“This is... unprecedented,” Henri said, even as he bent to tousle his galanterie’s ears. 

“I’ve never seen anything like it,” Darius agreed.  “It’s always one galanterie per pair of people.”

They moved into the outer office, the three galanteries merging back into one almost without fuss, where they found Dr. Gavreau pacing distractedly.  “Merci!” Zéphine cried, kissing him on both cheeks.  “Merci beaucoup!

Henri shook the doctor’s hand vigorously.  “Amazing, Doctor.  No one else could possibly have achieved such a result.”

“Yes, well, ah.... I’m very happy for you, of course... but if you will excuse me, I have, ah, another patient coming in, in... well, very shortly.”

“Of course, of course,” said Darius, beaming expansively.  “I quite understand.  In any case, we must return to the theatre.”

They descended to the street, chatting excitedly among themselves, but the galanterie kept darting from one to the other of them, happily bounding about and threatening to trip them all up.  Five minutes later they were lost in laughter, and not a one of them remembered what the conversation had been about. 

The following Monday they returned to Dr. Gavreau’s office unannounced.  “We wanted to bring you some flowers,” Zéphine said, placing a huge bouquet on his desk.

“How delightful!” the doctor cried.  “And such a quantity!”

“We have many more,” Darius grinned, “back at the theatre.  The reviews have been phenomenal.”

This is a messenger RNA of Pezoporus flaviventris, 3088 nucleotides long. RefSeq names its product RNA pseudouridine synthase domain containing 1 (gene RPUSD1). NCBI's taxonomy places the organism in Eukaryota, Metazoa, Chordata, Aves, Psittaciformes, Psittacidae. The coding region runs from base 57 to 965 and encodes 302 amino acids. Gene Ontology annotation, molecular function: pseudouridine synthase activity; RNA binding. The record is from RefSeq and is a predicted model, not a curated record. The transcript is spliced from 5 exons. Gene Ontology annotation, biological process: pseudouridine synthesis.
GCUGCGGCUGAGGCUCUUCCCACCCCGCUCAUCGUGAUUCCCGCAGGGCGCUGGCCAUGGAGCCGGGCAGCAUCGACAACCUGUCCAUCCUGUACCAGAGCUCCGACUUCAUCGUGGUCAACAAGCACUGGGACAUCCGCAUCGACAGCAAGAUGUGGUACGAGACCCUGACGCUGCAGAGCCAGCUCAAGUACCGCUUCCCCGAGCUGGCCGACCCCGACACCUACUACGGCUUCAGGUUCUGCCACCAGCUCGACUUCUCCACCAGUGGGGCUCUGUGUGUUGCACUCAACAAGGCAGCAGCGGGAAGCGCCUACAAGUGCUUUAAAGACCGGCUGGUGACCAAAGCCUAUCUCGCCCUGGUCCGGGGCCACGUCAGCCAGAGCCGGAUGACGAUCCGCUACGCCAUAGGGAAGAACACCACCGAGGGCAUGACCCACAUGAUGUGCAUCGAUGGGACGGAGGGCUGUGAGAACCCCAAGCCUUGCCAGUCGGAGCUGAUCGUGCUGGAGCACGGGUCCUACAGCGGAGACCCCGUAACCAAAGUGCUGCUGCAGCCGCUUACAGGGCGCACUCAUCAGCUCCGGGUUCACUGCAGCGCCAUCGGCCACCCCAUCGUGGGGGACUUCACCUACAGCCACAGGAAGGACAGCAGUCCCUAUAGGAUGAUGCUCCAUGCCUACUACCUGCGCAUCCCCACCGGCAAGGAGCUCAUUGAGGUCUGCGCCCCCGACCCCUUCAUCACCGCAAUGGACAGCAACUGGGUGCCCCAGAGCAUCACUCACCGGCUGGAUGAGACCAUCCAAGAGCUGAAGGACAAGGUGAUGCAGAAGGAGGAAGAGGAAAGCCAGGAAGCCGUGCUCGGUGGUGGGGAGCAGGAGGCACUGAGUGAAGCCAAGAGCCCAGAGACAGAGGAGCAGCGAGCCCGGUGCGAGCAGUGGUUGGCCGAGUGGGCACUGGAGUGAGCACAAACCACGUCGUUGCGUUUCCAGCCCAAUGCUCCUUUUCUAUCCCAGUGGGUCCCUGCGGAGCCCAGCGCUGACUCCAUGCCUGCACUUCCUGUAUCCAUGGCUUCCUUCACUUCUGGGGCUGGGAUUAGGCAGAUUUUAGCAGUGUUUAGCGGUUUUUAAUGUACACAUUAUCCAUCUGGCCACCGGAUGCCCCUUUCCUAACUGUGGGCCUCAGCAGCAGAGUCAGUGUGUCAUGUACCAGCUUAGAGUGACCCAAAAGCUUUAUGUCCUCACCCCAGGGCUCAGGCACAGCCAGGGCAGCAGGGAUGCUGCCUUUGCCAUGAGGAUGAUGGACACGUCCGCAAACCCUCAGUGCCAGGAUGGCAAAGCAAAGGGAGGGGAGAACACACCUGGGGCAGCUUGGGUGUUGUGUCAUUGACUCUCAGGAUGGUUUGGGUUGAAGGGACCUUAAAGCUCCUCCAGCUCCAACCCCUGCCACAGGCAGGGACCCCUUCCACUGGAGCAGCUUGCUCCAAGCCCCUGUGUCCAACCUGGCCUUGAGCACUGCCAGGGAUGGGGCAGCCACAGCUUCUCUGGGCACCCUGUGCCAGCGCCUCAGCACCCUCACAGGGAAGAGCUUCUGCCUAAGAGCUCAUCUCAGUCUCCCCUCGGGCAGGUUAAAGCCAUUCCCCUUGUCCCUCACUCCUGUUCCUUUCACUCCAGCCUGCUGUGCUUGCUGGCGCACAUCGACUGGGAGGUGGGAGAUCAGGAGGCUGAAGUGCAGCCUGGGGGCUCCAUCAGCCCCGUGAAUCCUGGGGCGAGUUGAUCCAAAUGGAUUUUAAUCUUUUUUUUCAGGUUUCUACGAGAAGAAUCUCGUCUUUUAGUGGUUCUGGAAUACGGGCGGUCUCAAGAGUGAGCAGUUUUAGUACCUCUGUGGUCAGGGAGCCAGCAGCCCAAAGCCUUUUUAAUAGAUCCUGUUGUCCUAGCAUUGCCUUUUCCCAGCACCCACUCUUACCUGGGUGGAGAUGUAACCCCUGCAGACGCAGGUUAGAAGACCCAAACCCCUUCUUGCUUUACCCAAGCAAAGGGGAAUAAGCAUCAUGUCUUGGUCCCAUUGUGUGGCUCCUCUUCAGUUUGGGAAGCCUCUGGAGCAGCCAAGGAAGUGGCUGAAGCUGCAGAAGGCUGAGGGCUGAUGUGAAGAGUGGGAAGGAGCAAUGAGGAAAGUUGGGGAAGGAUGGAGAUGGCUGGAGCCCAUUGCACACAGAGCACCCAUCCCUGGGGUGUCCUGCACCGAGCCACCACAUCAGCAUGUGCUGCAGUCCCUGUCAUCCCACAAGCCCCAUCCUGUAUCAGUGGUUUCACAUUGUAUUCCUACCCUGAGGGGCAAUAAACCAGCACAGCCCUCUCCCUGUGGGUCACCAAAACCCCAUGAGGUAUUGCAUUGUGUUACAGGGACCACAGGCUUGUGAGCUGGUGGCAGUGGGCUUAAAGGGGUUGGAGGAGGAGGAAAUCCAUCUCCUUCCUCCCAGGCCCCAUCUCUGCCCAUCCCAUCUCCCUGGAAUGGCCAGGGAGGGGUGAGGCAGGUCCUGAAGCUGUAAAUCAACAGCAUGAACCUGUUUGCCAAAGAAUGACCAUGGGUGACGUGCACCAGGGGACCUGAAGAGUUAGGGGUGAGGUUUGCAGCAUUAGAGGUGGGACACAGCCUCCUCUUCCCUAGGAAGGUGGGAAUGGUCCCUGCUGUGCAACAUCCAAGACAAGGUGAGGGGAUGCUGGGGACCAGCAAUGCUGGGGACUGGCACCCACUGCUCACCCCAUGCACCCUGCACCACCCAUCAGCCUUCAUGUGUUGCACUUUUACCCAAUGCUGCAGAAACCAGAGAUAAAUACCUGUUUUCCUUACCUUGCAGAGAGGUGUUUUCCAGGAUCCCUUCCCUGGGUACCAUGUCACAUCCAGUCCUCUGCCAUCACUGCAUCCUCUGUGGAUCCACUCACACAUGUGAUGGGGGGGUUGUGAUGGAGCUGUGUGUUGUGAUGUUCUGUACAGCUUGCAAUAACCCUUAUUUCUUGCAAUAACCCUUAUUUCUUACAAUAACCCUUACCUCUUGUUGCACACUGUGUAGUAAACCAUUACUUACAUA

Zéphine squeezed the doctor’s hands.  “And we have you to thank for it all.  If you hadn’t done this for us”—she gestured to their galanterie, which rested amiably at her feet—”we might never have found our perfect ending.”

Darius was the one who had first realized that the fairies in their play could do for their characters Claudette, Pierre, and Jean-Paul what Dr. Gavreau had done for them.  Their own relationship might be too unconventional for the legitimate stage, but Zéphine had come up with the idea of the fairies combining Pierre and Jean-Paul into a single person, and Henri had developed the simple but spectacular electrical effect that replaced the two actors with one.  The audience had been surprised and delighted.

“Really, it was the three of you who did all the work,” the doctor demurred.

“I must confess,” Darius admitted, “that right up to the point our galanterie appeared... I was afraid you were nothing but a fraud.”

Henri, who had held back bashfully, now presented Dr. Gavreau with a large envelope.  “My colleagues in the Société centrale des ingénieurs would be overjoyed if you would accept this invitation to give a presentation on the physical principles behind your wonderful machine.”

The doctor seemed taken aback by the request.  “Yes, well, ah...” he sputtered.  “I’m afraid the principles are... my machine is the result of many years of... of tinkering, and experimentation.  I, ah... I only know that it works, not how.”  He spread his hands.  “I’m sorry.”

“In that case my colleagues and I would be happy to help you to analyze your machine.”

The doctor shook his head.  “Thank you for your very generous offer, but I must decline.”

“But why?”  Henri leaned forward, his face intense.  “You have helped us so much, Doctor... for the good of all humanity, its theory of operation must be understood and documented!”

Dr. Gavreau looked at the envelope in his hand for a long time.  Then he raised his eyes to Henri’s.  “You’re very kind.  But I’m afraid I have a confession to make.”  Without another word, he led them into his surgery and opened the machine’s side panel.